My first impression of nature in our human-dominated world was that nature will always be stronger than our artefacts. This idea came when I saw a little dandelion breaking up the asphalt of the street in front of our house as a child. Though I lived in a city (Lübeck, Northern Germany), there were green places around me and it was an adventure to smell the flowers and to observe animals hiding in the ruderal shrubs. But after a while I realized that meadows I used to pass by and green corners I used to play in became replaced by more and more buildings— and I switched to the opinion that nature might be stronger than human beings, but it won’t recreate as fast as people can destroy it.
Therefore, and after an orientation period I decided to dedicate my work to our environment— and studied environmental sciences with focus on biology, chemistry and nature conservation. I started to work on animals and their habitats: After some practical training on primate research in the rainforest of Ecuador and on seahore birds at the Baltic coast, I graduated with a thesis about Green Lizards in the Middle East. After working as research assistant on habitat of beetles in Romania, I conducted my own little research project on niche partitioning of recently discovered gecko species in Vietnam with the support of Cologne Zoo.
Though all of these projects were interesting, I missed the framework of a larger research group which would exchange scientific insights on environmental problems through several diciplines—as the protection of our natural world requires much more than biological science.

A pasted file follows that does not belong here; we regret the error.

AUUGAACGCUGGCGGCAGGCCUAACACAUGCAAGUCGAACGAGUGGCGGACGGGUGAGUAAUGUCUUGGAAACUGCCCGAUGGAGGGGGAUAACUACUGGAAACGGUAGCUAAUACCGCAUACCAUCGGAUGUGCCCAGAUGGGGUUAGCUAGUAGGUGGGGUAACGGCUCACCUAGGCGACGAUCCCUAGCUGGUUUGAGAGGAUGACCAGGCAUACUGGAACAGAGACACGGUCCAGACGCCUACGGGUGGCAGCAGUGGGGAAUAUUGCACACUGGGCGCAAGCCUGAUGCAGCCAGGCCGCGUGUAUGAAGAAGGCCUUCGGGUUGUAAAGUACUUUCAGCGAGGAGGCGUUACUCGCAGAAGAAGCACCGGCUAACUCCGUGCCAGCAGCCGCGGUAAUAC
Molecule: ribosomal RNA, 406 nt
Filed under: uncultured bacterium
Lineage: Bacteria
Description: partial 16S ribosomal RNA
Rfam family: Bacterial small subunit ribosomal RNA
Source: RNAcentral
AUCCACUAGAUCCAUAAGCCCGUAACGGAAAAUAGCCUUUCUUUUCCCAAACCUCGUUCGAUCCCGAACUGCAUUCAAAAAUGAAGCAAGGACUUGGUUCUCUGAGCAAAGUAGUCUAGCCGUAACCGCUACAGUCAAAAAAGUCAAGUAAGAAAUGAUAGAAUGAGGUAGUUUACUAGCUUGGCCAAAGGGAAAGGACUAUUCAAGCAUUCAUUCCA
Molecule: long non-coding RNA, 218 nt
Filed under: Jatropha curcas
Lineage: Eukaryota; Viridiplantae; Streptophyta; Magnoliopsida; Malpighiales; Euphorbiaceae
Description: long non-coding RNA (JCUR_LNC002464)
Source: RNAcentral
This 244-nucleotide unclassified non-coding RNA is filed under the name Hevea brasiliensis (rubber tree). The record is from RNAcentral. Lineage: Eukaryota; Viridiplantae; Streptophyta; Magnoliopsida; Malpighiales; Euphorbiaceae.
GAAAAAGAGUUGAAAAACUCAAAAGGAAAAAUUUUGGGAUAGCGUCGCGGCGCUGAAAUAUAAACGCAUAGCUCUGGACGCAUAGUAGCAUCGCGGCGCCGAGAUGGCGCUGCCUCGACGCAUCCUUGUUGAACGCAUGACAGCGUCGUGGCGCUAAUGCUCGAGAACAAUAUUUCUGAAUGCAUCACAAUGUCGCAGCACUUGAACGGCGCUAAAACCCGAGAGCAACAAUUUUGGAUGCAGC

I am convinced that we can achieve a better world if we give more respect to nature, if we implement our insights into action and if we communicate well within our world’s human society. For a holistic kind of sustainable development, we need to follow an interdisciplinary approach and we need to be able to understand more than our own scientific language.
Therefore I am more than happy to be one of Joern’s PhD students in his interdisciplinary project on sustainable development in Southern Transylvania. I consider myself fortunate to write my thesis on butterflies and plants in the wonderful Transylvanian landscapes and I am looking forward to the common activities of our research group.